July 13, 2021
New research from the Weizmann Institute of Research shows that changes to the extracellular matrix could point to the future development of inflammatory bowel diseases.
The morbidity rate of inflammatory bowel diseases such as Crohn’s disease and ulcerative colitis is steadily on the rise in developed countries.
Despite the progress that has been made in our ability to treat such illnesses, patients suffering mild to severe symptoms are still regularly in and out of hospitals and at greater risk for developing colon cancer. Scientists from the
Weizmann’s recently discovery reveals that the onset of inflammation can be anticipated by observing changes to the extracellular matrix – the three-dimensional scaffolding network, composed mostly of proteins and carbohydrates, that surrounds cells in various tissues. These findings could assist in the early detection of inflammatory bowel diseases and pave the way for the development of improved therapeutics.
The pioneering work of Professor Irit Sagi’s group at Weizmann’s Biological Regulation Department joins that of other research groups around the world in highlighting the central role of the extracellular matrix in the pathogenesis of a variety of diseases, from flu to cancer.
Similarly to other tissues, the gastrointestinal tract also consists of an extracellular matrix that provides both structural and biochemical support to its constituent cells.
The extracellular matrix is in fact a key player in the tissue’s overall structural stability and normal functionality. During inflammation, extreme structural changes often occur to both the intestine and the extracellular matrix. These may lead to the development of medical complications such as fibrostenosis – persisting tissue injury that results in narrowing of the intestine – or fistulas, which are abnormal passageways that form between two different organs. Unfortunately, in many cases these complications cannot be avoided or medicinally treated, and physicians often have to resort to surgery and other invasive procedures.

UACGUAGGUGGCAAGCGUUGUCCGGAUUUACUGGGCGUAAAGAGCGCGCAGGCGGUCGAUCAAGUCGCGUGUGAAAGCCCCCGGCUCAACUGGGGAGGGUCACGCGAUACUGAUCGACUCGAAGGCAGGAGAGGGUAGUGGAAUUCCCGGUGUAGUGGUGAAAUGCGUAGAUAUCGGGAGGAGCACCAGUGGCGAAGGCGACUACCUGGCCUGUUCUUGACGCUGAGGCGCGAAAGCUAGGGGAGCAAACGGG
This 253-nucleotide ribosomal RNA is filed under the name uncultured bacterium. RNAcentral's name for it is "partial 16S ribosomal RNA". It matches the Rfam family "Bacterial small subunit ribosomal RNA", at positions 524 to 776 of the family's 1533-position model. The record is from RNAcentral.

For many years the working assumption was that once inflammation has developed it will ultimately lead to damage to the extracellular matrix. In other words, structural changes to the extracellular matrix were believed to be mere side effects of inflammation that occur at a relatively late stage of the disease.
This assumption was recently turned on its head following the results of a study conducted by Sagi’s group, led by now-former member Dr Elee Shimshoni. Shimshoni, together with colleagues from the Weizmann Institute of Science, and other researchers from the Sackler School of Medicine at Tel Aviv University and the Sheba and Tel Aviv Sourasky Medical Centers, demonstrated that changes to the extracellular matrix happen much earlier in the disease’s progression, even before clinical manifestations can be detected by standard medical procedures such as a colonoscopy or biopsy.
“We discovered that the pre-symptomatic extracellular matrix has a unique signature that differentiates it from the extracellular matrix of a healthy intestine: it is less stiff, has a different composition of proteins, and displays an overall altered structure,” said Shimshoni.
The team of researchers studied two different colitis mouse models in their work, and despite the mechanistic differences between the two, they were surprised to discover that the pre-symptomatic signature was very similar in both.
One of the most noticeable characteristics of this signature was the apparent damage to the intestinal basement membrane (basal lamina) – a dense, ‘mesh-like’ type of extracellular matrix that provides structural tissue support; damage to this membrane – one of the layers providing a partition between the intestine’s internal and external environments – exposes the immune system to resident gut bacteria, which could initiate inflammation.
The study revealed that a small number of neutrophils – first-response immune cells that help heal tissue damage – were indeed already present in the pre-symptomatic state. These cells, despite their small numbers, can recruit a variety of protein-degrading enzymes that dismantle the extracellular matrix in general, and the basement membrane in particular.
“As opposed to the popular approach, which states that changes to the extracellular matrix are merely late by-products of inflammation, our study suggests that these changes in fact take place parallel to the course of disease and even contribute to its progression,” saod Sagi.
“We hypothesise that the combination between initial damage to the extracellular matrix and the arrival of first-response immune cells opens a gateway for other immune cells to join, and facilitates the onset of inflammation.”
(l-r) Dr Inna Solomonov, Dr Anjana Shenoy, Professor Irit Sagi and Idan Adir. Reading the signs
The extracellular matrix as captured by a scanning electron microscope (SEM). Left: Healthy extracellular matrix, Right: Changes to the extracellular matrix that were observed in two different colitis mouse models
Dr Elee Shimshoni who led the study in Professor Irit Sagi's group